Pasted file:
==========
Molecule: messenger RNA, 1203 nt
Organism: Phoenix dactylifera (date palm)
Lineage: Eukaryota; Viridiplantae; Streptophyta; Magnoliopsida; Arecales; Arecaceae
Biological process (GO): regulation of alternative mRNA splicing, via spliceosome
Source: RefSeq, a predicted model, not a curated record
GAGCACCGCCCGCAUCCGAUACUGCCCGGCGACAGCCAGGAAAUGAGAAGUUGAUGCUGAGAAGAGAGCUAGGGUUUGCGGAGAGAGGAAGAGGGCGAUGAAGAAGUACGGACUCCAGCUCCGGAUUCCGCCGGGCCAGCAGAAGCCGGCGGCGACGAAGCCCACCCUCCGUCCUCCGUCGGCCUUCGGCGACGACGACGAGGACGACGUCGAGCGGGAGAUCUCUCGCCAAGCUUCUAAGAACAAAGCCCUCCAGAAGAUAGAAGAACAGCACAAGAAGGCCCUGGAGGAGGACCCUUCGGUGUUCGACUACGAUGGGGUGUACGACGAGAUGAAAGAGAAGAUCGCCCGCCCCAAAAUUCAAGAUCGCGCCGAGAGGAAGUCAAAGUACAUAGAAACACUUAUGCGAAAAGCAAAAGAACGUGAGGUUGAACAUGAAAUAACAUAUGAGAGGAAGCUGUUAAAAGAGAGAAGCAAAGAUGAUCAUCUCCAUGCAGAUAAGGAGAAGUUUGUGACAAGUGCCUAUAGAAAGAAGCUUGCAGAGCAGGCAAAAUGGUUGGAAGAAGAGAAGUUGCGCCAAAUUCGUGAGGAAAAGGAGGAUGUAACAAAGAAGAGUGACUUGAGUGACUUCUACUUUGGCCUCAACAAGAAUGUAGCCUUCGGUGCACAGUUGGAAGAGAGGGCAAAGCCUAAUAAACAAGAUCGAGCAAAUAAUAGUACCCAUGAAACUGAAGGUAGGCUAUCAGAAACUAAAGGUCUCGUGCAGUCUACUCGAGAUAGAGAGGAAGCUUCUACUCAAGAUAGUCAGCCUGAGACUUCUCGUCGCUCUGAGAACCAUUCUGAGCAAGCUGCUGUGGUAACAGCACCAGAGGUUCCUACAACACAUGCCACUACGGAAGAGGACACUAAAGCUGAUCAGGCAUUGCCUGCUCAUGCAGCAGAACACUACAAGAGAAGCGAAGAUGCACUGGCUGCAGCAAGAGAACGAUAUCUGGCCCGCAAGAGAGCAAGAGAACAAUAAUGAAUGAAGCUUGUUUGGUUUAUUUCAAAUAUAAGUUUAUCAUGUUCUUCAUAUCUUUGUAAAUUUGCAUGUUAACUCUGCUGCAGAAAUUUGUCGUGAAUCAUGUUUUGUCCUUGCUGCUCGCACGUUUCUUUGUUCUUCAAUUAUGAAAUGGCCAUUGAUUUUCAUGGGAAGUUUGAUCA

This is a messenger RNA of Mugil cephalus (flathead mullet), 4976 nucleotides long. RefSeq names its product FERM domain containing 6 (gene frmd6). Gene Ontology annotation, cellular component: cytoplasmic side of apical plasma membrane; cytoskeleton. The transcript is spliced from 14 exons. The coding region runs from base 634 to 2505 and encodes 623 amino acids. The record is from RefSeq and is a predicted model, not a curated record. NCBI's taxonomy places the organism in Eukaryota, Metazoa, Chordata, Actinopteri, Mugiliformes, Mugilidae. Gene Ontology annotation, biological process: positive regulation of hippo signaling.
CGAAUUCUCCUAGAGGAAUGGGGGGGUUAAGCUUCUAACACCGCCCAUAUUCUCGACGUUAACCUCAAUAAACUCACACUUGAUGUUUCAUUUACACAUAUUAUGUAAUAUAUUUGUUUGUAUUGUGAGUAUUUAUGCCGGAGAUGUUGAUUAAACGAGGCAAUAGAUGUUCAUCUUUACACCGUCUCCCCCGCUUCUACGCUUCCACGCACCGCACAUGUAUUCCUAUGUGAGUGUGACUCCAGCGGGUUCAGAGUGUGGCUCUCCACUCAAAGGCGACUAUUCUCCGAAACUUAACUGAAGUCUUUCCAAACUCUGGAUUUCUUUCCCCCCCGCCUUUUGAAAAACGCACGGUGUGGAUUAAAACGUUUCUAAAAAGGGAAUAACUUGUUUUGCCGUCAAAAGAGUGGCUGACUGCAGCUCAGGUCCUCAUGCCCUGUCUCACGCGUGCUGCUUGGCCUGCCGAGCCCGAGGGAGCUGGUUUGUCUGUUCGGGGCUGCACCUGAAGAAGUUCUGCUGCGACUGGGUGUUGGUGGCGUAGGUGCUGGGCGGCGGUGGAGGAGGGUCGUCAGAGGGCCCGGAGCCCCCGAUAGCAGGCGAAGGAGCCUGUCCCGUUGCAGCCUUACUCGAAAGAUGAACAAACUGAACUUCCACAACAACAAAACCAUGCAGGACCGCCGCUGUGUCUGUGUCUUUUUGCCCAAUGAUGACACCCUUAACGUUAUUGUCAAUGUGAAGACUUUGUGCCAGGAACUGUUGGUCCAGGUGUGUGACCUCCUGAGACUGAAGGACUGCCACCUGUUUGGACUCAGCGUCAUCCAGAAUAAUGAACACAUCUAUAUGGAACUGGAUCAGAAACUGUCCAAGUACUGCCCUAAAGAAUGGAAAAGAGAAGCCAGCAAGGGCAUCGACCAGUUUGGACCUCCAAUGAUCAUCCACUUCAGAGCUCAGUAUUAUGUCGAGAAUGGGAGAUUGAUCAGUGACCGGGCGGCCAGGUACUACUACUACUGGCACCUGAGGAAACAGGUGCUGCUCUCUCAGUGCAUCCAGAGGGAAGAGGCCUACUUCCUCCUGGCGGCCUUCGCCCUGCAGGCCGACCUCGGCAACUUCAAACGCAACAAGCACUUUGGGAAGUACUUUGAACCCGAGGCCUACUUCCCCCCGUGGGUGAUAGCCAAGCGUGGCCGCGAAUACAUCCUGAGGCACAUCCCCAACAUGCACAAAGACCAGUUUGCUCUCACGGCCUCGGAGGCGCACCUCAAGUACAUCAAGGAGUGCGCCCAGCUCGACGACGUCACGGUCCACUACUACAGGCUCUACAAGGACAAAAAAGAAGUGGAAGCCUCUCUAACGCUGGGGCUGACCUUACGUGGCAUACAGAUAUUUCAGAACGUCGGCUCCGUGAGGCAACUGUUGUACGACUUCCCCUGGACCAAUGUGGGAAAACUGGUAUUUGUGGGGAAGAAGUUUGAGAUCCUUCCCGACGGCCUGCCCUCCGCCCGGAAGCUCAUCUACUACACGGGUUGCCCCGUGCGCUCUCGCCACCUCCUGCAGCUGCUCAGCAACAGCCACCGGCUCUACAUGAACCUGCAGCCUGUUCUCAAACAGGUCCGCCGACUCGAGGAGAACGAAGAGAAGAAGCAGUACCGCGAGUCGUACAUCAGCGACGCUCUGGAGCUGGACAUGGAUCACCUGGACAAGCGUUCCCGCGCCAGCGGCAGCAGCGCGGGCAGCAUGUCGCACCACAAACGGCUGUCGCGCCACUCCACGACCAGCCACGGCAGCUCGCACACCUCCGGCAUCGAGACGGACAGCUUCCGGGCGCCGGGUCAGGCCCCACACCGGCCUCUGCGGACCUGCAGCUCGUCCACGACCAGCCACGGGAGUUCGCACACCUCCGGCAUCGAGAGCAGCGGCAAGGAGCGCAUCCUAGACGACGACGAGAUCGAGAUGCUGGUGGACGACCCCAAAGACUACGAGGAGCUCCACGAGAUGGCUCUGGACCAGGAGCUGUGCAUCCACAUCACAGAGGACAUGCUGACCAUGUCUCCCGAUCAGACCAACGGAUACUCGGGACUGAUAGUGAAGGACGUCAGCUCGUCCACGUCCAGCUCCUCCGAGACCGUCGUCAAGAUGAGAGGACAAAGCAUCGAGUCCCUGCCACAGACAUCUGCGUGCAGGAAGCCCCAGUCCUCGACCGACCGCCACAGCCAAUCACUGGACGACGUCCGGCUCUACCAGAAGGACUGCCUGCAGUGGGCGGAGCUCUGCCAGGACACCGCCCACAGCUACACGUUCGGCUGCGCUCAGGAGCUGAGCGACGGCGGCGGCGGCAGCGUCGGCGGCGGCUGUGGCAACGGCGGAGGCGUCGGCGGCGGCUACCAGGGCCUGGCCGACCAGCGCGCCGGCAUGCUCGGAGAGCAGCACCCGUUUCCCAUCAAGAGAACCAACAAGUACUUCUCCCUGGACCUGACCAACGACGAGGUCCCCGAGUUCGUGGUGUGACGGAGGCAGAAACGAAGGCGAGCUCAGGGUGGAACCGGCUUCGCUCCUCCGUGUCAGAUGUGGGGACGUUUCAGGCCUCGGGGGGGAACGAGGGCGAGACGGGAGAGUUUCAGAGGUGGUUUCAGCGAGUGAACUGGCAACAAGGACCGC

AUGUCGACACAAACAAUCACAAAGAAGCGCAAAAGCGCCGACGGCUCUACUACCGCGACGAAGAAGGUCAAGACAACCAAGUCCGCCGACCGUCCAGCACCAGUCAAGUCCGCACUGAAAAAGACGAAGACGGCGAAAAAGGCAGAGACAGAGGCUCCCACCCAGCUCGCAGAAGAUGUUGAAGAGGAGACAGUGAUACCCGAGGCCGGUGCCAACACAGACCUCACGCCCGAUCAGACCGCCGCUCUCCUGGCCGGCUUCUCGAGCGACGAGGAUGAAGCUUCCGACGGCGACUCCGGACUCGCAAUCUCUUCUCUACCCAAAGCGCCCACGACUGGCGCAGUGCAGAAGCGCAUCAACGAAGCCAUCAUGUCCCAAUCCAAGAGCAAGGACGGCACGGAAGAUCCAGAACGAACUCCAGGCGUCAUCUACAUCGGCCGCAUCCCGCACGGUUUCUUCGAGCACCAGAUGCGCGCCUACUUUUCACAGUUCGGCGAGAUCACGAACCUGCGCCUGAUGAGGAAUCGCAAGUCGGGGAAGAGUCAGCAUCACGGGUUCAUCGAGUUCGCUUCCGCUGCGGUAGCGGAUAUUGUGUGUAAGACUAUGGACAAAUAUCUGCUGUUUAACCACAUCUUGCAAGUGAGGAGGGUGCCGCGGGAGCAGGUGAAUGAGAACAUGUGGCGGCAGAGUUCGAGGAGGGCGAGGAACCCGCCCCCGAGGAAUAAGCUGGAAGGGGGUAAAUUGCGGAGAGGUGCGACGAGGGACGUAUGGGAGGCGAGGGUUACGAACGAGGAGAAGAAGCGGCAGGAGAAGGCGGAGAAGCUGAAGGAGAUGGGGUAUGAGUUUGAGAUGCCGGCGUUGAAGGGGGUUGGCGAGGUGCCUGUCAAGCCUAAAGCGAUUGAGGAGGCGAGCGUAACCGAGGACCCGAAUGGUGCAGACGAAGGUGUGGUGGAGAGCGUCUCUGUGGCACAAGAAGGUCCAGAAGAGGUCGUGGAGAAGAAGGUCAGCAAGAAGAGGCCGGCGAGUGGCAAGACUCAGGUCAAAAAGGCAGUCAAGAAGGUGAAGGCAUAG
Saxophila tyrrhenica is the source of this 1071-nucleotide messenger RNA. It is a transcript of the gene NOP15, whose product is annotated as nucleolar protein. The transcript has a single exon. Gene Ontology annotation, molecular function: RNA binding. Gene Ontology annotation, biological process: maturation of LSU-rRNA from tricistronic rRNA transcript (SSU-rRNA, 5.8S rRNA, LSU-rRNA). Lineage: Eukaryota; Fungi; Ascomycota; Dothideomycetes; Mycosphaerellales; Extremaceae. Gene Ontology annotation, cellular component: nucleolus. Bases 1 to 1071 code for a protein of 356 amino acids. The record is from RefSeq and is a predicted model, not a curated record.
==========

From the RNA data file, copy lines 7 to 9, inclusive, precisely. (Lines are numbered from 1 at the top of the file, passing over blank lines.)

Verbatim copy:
This is a messenger RNA of Mugil cephalus (flathead mullet), 4976 nucleotides long. RefSeq names its product FERM domain containing 6 (gene frmd6). Gene Ontology annotation, cellular component: cytoplasmic side of apical plasma membrane; cytoskeleton. The transcript is spliced from 14 exons. The coding region runs from base 634 to 2505 and encodes 623 amino acids. The record is from RefSeq and is a predicted model, not a curated record. NCBI's taxonomy places the organism in Eukaryota, Metazoa, Chordata, Actinopteri, Mugiliformes, Mugilidae. Gene Ontology annotation, biological process: positive regulation of hippo signaling.
CGAAUUCUCCUAGAGGAAUGGGGGGGUUAAGCUUCUAACACCGCCCAUAUUCUCGACGUUAACCUCAAUAAACUCACACUUGAUGUUUCAUUUACACAUAUUAUGUAAUAUAUUUGUUUGUAUUGUGAGUAUUUAUGCCGGAGAUGUUGAUUAAACGAGGCAAUAGAUGUUCAUCUUUACACCGUCUCCCCCGCUUCUACGCUUCCACGCACCGCACAUGUAUUCCUAUGUGAGUGUGACUCCAGCGGGUUCAGAGUGUGGCUCUCCACUCAAAGGCGACUAUUCUCCGAAACUUAACUGAAGUCUUUCCAAACUCUGGAUUUCUUUCCCCCCCGCCUUUUGAAAAACGCACGGUGUGGAUUAAAACGUUUCUAAAAAGGGAAUAACUUGUUUUGCCGUCAAAAGAGUGGCUGACUGCAGCUCAGGUCCUCAUGCCCUGUCUCACGCGUGCUGCUUGGCCUGCCGAGCCCGAGGGAGCUGGUUUGUCUGUUCGGGGCUGCACCUGAAGAAGUUCUGCUGCGACUGGGUGUUGGUGGCGUAGGUGCUGGGCGGCGGUGGAGGAGGGUCGUCAGAGGGCCCGGAGCCCCCGAUAGCAGGCGAAGGAGCCUGUCCCGUUGCAGCCUUACUCGAAAGAUGAACAAACUGAACUUCCACAACAACAAAACCAUGCAGGACCGCCGCUGUGUCUGUGUCUUUUUGCCCAAUGAUGACACCCUUAACGUUAUUGUCAAUGUGAAGACUUUGUGCCAGGAACUGUUGGUCCAGGUGUGUGACCUCCUGAGACUGAAGGACUGCCACCUGUUUGGACUCAGCGUCAUCCAGAAUAAUGAACACAUCUAUAUGGAACUGGAUCAGAAACUGUCCAAGUACUGCCCUAAAGAAUGGAAAAGAGAAGCCAGCAAGGGCAUCGACCAGUUUGGACCUCCAAUGAUCAUCCACUUCAGAGCUCAGUAUUAUGUCGAGAAUGGGAGAUUGAUCAGUGACCGGGCGGCCAGGUACUACUACUACUGGCACCUGAGGAAACAGGUGCUGCUCUCUCAGUGCAUCCAGAGGGAAGAGGCCUACUUCCUCCUGGCGGCCUUCGCCCUGCAGGCCGACCUCGGCAACUUCAAACGCAACAAGCACUUUGGGAAGUACUUUGAACCCGAGGCCUACUUCCCCCCGUGGGUGAUAGCCAAGCGUGGCCGCGAAUACAUCCUGAGGCACAUCCCCAACAUGCACAAAGACCAGUUUGCUCUCACGGCCUCGGAGGCGCACCUCAAGUACAUCAAGGAGUGCGCCCAGCUCGACGACGUCACGGUCCACUACUACAGGCUCUACAAGGACAAAAAAGAAGUGGAAGCCUCUCUAACGCUGGGGCUGACCUUACGUGGCAUACAGAUAUUUCAGAACGUCGGCUCCGUGAGGCAACUGUUGUACGACUUCCCCUGGACCAAUGUGGGAAAACUGGUAUUUGUGGGGAAGAAGUUUGAGAUCCUUCCCGACGGCCUGCCCUCCGCCCGGAAGCUCAUCUACUACACGGGUUGCCCCGUGCGCUCUCGCCACCUCCUGCAGCUGCUCAGCAACAGCCACCGGCUCUACAUGAACCUGCAGCCUGUUCUCAAACAGGUCCGCCGACUCGAGGAGAACGAAGAGAAGAAGCAGUACCGCGAGUCGUACAUCAGCGACGCUCUGGAGCUGGACAUGGAUCACCUGGACAAGCGUUCCCGCGCCAGCGGCAGCAGCGCGGGCAGCAUGUCGCACCACAAACGGCUGUCGCGCCACUCCACGACCAGCCACGGCAGCUCGCACACCUCCGGCAUCGAGACGGACAGCUUCCGGGCGCCGGGUCAGGCCCCACACCGGCCUCUGCGGACCUGCAGCUCGUCCACGACCAGCCACGGGAGUUCGCACACCUCCGGCAUCGAGAGCAGCGGCAAGGAGCGCAUCCUAGACGACGACGAGAUCGAGAUGCUGGUGGACGACCCCAAAGACUACGAGGAGCUCCACGAGAUGGCUCUGGACCAGGAGCUGUGCAUCCACAUCACAGAGGACAUGCUGACCAUGUCUCCCGAUCAGACCAACGGAUACUCGGGACUGAUAGUGAAGGACGUCAGCUCGUCCACGUCCAGCUCCUCCGAGACCGUCGUCAAGAUGAGAGGACAAAGCAUCGAGUCCCUGCCACAGACAUCUGCGUGCAGGAAGCCCCAGUCCUCGACCGACCGCCACAGCCAAUCACUGGACGACGUCCGGCUCUACCAGAAGGACUGCCUGCAGUGGGCGGAGCUCUGCCAGGACACCGCCCACAGCUACACGUUCGGCUGCGCUCAGGAGCUGAGCGACGGCGGCGGCGGCAGCGUCGGCGGCGGCUGUGGCAACGGCGGAGGCGUCGGCGGCGGCUACCAGGGCCUGGCCGACCAGCGCGCCGGCAUGCUCGGAGAGCAGCACCCGUUUCCCAUCAAGAGAACCAACAAGUACUUCUCCCUGGACCUGACCAACGACGAGGUCCCCGAGUUCGUGGUGUGACGGAGGCAGAAACGAAGGCGAGCUCAGGGUGGAACCGGCUUCGCUCCUCCGUGUCAGAUGUGGGGACGUUUCAGGCCUCGGGGGGGAACGAGGGCGAGACGGGAGAGUUUCAGAGGUGGUUUCAGCGAGUGAACUGGCAACAAGGACCGC

AUGUCGACACAAACAAUCACAAAGAAGCGCAAAAGCGCCGACGGCUCUACUACCGCGACGAAGAAGGUCAAGACAACCAAGUCCGCCGACCGUCCAGCACCAGUCAAGUCCGCACUGAAAAAGACGAAGACGGCGAAAAAGGCAGAGACAGAGGCUCCCACCCAGCUCGCAGAAGAUGUUGAAGAGGAGACAGUGAUACCCGAGGCCGGUGCCAACACAGACCUCACGCCCGAUCAGACCGCCGCUCUCCUGGCCGGCUUCUCGAGCGACGAGGAUGAAGCUUCCGACGGCGACUCCGGACUCGCAAUCUCUUCUCUACCCAAAGCGCCCACGACUGGCGCAGUGCAGAAGCGCAUCAACGAAGCCAUCAUGUCCCAAUCCAAGAGCAAGGACGGCACGGAAGAUCCAGAACGAACUCCAGGCGUCAUCUACAUCGGCCGCAUCCCGCACGGUUUCUUCGAGCACCAGAUGCGCGCCUACUUUUCACAGUUCGGCGAGAUCACGAACCUGCGCCUGAUGAGGAAUCGCAAGUCGGGGAAGAGUCAGCAUCACGGGUUCAUCGAGUUCGCUUCCGCUGCGGUAGCGGAUAUUGUGUGUAAGACUAUGGACAAAUAUCUGCUGUUUAACCACAUCUUGCAAGUGAGGAGGGUGCCGCGGGAGCAGGUGAAUGAGAACAUGUGGCGGCAGAGUUCGAGGAGGGCGAGGAACCCGCCCCCGAGGAAUAAGCUGGAAGGGGGUAAAUUGCGGAGAGGUGCGACGAGGGACGUAUGGGAGGCGAGGGUUACGAACGAGGAGAAGAAGCGGCAGGAGAAGGCGGAGAAGCUGAAGGAGAUGGGGUAUGAGUUUGAGAUGCCGGCGUUGAAGGGGGUUGGCGAGGUGCCUGUCAAGCCUAAAGCGAUUGAGGAGGCGAGCGUAACCGAGGACCCGAAUGGUGCAGACGAAGGUGUGGUGGAGAGCGUCUCUGUGGCACAAGAAGGUCCAGAAGAGGUCGUGGAGAAGAAGGUCAGCAAGAAGAGGCCGGCGAGUGGCAAGACUCAGGUCAAAAAGGCAGUCAAGAAGGUGAAGGCAUAG